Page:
'fhe jurisdiction of the court was not challenged in these cases, although the facts as to the issue and transfer of the warrants were quite similar to those in the case at bar. 'fhe supreme court having thus declared the rights of the holder of such paper, we need not examine any decisions of the state courts on that question. They are negotiable; they pass from hand to hand; they are prima facie evidence of the debt; and the holder may bring suit on them in his own name. It seems to me that this brings them very clearly within the rule of Thompson v. Perrine and Chickaming v. Carpenter, supnL; and the plaintiff is not the assignee of a contract or chose in action within the acts of 1875 and 1789. It seems that the bona .tide holder takes these warrants very much like a purchaser of a negotiable note after due,-subject to all defense. But it would hardly be claimed that the purchaser of a negotiable note after due could not sue in this court unless the payee could have done so. The act of 1875 speaks of promissory notes negotiable by the law-merchant. A simple note payable to a particular person, or bearer, or order, is negotiable by the law-merchant. Now, supposing a citizen of Kansas makes to another citizen of Kansas such a negotiable note for $501, and a citizen of Missouri becomes the bonafide owner and holder of it, and brings a suit against the maker in this court, could it be urged as a defense that he bought it after due, and therefore this court had no jurisdiction? Certainly not. If the fact pleaded was true, it would simply subject the plaintiff's claim to all legal and equitable defenses which could have been made had the suit been brought by the original payee. He would hold it just as the supreme court decides the holder of these warrants holds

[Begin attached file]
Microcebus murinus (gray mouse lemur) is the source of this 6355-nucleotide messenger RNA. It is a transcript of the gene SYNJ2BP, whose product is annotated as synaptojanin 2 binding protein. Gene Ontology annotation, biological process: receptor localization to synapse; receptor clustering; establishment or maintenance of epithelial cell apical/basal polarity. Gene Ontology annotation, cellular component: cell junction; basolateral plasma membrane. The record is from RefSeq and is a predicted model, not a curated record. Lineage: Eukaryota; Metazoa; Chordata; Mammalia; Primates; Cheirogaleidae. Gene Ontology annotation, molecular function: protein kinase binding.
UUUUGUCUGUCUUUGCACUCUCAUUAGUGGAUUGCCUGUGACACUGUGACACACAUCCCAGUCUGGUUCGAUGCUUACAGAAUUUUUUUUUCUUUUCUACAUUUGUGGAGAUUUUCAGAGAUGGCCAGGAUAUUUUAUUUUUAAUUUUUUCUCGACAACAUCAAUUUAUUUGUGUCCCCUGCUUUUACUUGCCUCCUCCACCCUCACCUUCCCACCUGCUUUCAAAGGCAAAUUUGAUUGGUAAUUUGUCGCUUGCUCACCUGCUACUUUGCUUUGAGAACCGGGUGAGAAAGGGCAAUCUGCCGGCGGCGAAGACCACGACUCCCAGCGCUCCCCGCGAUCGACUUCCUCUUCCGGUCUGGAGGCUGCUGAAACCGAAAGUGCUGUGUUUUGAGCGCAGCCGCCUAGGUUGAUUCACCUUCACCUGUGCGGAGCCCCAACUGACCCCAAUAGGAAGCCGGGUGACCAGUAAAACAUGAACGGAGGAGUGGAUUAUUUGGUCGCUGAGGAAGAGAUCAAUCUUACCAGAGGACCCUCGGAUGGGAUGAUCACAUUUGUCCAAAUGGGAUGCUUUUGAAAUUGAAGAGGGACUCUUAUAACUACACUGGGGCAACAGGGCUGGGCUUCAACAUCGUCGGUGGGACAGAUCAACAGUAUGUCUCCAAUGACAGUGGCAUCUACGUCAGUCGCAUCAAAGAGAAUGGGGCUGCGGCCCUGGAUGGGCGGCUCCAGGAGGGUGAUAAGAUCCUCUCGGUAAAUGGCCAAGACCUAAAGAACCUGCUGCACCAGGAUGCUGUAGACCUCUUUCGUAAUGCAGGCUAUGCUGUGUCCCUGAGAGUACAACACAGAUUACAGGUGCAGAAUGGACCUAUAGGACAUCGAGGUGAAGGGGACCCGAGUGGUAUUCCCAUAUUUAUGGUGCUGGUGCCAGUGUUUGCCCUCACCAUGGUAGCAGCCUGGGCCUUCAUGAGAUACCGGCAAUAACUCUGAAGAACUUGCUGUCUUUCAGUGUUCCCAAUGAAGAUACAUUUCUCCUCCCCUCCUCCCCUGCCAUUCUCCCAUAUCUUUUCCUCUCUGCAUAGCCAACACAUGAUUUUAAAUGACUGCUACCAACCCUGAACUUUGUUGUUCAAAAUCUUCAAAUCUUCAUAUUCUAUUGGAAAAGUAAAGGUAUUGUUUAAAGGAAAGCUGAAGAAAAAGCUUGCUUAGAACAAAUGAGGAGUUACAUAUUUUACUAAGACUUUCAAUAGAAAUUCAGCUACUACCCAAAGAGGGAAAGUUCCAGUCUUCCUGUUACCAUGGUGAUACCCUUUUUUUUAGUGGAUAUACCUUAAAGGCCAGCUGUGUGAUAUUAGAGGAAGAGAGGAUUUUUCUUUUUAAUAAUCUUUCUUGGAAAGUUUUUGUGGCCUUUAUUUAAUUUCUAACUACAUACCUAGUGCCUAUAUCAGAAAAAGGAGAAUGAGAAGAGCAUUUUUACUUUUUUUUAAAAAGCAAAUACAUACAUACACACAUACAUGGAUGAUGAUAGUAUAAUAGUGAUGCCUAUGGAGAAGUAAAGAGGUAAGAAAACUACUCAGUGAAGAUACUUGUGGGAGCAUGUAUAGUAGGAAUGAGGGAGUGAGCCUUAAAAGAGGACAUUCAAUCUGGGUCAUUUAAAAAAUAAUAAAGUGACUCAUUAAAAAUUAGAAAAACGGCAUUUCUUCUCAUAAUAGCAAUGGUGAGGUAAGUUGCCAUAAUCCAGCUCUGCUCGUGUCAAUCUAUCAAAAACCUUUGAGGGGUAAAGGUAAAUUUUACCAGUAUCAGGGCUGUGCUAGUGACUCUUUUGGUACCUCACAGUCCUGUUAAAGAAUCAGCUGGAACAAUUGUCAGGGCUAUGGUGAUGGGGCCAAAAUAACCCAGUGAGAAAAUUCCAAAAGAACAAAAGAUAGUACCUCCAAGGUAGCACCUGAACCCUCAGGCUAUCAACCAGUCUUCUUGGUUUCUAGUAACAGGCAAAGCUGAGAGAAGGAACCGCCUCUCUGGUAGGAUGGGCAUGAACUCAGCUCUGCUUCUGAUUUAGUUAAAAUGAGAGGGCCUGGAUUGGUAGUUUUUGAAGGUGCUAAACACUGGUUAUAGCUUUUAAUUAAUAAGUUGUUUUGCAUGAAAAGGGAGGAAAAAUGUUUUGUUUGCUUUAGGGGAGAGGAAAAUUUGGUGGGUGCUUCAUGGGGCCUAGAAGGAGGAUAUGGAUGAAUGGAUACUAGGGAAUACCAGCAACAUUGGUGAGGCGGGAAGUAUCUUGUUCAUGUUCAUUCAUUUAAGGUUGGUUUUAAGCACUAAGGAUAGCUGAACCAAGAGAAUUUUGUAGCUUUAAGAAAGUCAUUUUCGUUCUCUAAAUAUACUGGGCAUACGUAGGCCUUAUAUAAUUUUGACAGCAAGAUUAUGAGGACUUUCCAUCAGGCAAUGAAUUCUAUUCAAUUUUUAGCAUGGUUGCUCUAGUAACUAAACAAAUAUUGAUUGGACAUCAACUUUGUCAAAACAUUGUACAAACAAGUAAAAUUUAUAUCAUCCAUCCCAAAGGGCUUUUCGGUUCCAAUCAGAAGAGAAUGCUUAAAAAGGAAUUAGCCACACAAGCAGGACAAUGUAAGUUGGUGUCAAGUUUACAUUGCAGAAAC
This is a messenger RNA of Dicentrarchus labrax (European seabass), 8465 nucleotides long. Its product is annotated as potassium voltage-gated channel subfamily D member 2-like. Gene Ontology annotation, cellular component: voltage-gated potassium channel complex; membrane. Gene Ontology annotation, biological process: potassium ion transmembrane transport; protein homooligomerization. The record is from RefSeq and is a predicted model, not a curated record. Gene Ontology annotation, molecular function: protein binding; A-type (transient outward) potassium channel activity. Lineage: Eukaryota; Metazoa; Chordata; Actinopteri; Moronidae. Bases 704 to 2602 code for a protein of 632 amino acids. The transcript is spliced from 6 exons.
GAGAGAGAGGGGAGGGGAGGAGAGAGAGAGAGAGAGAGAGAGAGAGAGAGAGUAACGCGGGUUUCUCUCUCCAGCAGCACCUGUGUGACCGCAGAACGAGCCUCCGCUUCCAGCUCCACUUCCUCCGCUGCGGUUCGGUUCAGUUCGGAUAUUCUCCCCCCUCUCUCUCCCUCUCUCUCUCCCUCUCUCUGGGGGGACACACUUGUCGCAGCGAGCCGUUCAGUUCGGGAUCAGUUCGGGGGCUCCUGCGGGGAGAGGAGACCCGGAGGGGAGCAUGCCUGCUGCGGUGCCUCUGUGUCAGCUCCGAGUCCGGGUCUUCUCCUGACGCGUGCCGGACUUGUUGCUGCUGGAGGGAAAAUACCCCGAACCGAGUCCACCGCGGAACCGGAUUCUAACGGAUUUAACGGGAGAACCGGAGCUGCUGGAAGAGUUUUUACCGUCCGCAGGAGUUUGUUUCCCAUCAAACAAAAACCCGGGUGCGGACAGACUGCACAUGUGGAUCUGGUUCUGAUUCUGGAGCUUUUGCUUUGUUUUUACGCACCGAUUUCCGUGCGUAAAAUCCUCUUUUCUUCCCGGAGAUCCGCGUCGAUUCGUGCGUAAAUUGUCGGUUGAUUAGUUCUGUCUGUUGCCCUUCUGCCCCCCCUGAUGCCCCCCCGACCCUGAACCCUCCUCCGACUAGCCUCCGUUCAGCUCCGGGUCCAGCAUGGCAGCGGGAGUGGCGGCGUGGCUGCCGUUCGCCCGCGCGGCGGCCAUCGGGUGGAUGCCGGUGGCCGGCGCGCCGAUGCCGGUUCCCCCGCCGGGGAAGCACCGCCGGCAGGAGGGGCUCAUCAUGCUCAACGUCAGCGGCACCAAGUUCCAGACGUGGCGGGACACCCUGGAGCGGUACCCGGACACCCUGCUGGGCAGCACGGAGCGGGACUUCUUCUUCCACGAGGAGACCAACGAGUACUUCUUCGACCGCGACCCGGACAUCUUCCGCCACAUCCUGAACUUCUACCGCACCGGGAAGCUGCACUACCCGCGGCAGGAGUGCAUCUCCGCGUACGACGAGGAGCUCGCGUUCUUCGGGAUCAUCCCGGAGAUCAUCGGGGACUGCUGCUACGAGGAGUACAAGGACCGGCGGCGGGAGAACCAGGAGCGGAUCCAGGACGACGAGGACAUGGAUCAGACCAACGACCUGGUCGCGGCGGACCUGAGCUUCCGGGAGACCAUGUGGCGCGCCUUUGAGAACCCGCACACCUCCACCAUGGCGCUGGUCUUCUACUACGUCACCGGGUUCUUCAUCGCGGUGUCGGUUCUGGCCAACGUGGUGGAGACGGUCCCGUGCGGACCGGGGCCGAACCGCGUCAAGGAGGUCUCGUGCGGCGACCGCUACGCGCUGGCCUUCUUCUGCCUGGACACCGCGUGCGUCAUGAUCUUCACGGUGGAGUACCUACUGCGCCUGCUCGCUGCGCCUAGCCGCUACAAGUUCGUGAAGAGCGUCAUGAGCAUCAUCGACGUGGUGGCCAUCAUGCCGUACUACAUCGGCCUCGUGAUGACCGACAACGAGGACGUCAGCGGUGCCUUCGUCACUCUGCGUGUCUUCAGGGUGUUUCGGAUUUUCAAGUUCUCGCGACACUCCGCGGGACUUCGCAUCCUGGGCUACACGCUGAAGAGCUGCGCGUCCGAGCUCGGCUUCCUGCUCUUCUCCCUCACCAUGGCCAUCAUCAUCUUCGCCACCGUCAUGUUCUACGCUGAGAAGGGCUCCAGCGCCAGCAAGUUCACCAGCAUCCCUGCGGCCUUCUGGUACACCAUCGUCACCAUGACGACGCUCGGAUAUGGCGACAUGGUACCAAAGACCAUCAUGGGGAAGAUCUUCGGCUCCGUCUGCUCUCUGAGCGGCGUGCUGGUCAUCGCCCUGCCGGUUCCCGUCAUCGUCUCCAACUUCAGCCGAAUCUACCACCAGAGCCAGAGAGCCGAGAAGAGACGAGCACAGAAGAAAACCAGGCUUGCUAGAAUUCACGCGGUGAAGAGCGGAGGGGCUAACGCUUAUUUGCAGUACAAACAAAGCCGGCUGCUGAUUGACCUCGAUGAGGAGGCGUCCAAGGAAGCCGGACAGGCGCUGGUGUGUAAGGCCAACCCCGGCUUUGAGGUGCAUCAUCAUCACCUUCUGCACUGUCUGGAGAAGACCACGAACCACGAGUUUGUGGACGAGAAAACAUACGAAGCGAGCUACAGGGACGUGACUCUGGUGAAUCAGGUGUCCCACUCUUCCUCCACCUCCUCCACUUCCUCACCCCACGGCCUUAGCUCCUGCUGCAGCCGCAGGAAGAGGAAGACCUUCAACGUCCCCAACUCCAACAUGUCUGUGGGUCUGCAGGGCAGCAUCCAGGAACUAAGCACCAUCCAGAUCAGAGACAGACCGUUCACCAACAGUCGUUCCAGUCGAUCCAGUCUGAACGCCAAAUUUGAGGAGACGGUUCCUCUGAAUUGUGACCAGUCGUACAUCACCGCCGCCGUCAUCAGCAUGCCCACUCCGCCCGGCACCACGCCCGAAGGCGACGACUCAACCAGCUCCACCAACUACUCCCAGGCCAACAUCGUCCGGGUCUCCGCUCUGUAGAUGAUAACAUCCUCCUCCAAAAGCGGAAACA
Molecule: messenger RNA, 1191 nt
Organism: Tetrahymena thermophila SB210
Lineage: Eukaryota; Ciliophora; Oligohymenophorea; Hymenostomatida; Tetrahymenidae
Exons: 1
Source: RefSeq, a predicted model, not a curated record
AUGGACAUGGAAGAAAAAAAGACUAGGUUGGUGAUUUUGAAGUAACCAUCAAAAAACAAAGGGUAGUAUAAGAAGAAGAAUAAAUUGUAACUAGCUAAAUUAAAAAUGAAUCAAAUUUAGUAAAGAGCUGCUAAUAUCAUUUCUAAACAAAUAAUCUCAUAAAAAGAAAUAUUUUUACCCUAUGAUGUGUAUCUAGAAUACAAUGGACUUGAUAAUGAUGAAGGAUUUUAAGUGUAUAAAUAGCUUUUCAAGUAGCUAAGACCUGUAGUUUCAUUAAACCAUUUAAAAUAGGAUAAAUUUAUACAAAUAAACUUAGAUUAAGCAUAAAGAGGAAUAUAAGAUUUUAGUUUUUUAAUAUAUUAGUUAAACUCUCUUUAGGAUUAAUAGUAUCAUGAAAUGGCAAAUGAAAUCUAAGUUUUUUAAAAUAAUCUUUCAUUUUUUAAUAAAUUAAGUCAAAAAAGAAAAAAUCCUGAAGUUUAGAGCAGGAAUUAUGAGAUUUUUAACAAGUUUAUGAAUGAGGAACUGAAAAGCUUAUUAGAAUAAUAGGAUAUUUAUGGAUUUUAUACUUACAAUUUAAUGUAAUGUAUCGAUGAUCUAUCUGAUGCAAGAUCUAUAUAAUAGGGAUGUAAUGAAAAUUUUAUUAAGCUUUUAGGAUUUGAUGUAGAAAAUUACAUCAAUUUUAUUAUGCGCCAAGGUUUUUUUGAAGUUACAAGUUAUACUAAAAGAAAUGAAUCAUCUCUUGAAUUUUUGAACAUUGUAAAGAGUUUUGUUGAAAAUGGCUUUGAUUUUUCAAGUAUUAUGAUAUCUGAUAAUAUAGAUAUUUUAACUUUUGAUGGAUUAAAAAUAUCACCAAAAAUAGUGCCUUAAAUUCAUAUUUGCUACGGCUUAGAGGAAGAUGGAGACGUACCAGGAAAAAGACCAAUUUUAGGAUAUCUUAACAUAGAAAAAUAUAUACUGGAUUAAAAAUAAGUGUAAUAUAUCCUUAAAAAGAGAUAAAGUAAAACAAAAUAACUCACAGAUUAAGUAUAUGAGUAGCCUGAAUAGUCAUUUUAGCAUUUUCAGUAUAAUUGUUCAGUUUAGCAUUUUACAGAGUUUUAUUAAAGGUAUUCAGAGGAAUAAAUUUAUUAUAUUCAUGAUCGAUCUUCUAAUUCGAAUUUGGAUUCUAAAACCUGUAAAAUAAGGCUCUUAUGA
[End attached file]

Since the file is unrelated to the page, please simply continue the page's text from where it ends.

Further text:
th.em,-subject to all defenses; but that is not the test of jurisdic. tion of this court. In this case the answer sets out certain matters of defense, and, among others, that the bridge built, for which these warrants were issued, was a private bridge, built and owned by said King Bridge Company, and not for the county. The reply is-First, a general denial; and, second, a special denial of the before-named averment in the answer, and the counter-allegation that the bridge was built for the county, and was accepted by it, and has been in the constant use and occupation of said defendant, etc. 'I'he plaintiff pleads this matter for the purpose of claiming an estoppel against the county; but as it is no more or less than a special denial and counter-allegation of matter Bet up in the answer, without passing upon the question of estoppel, it seems to me the reply is not demurrable for that cause.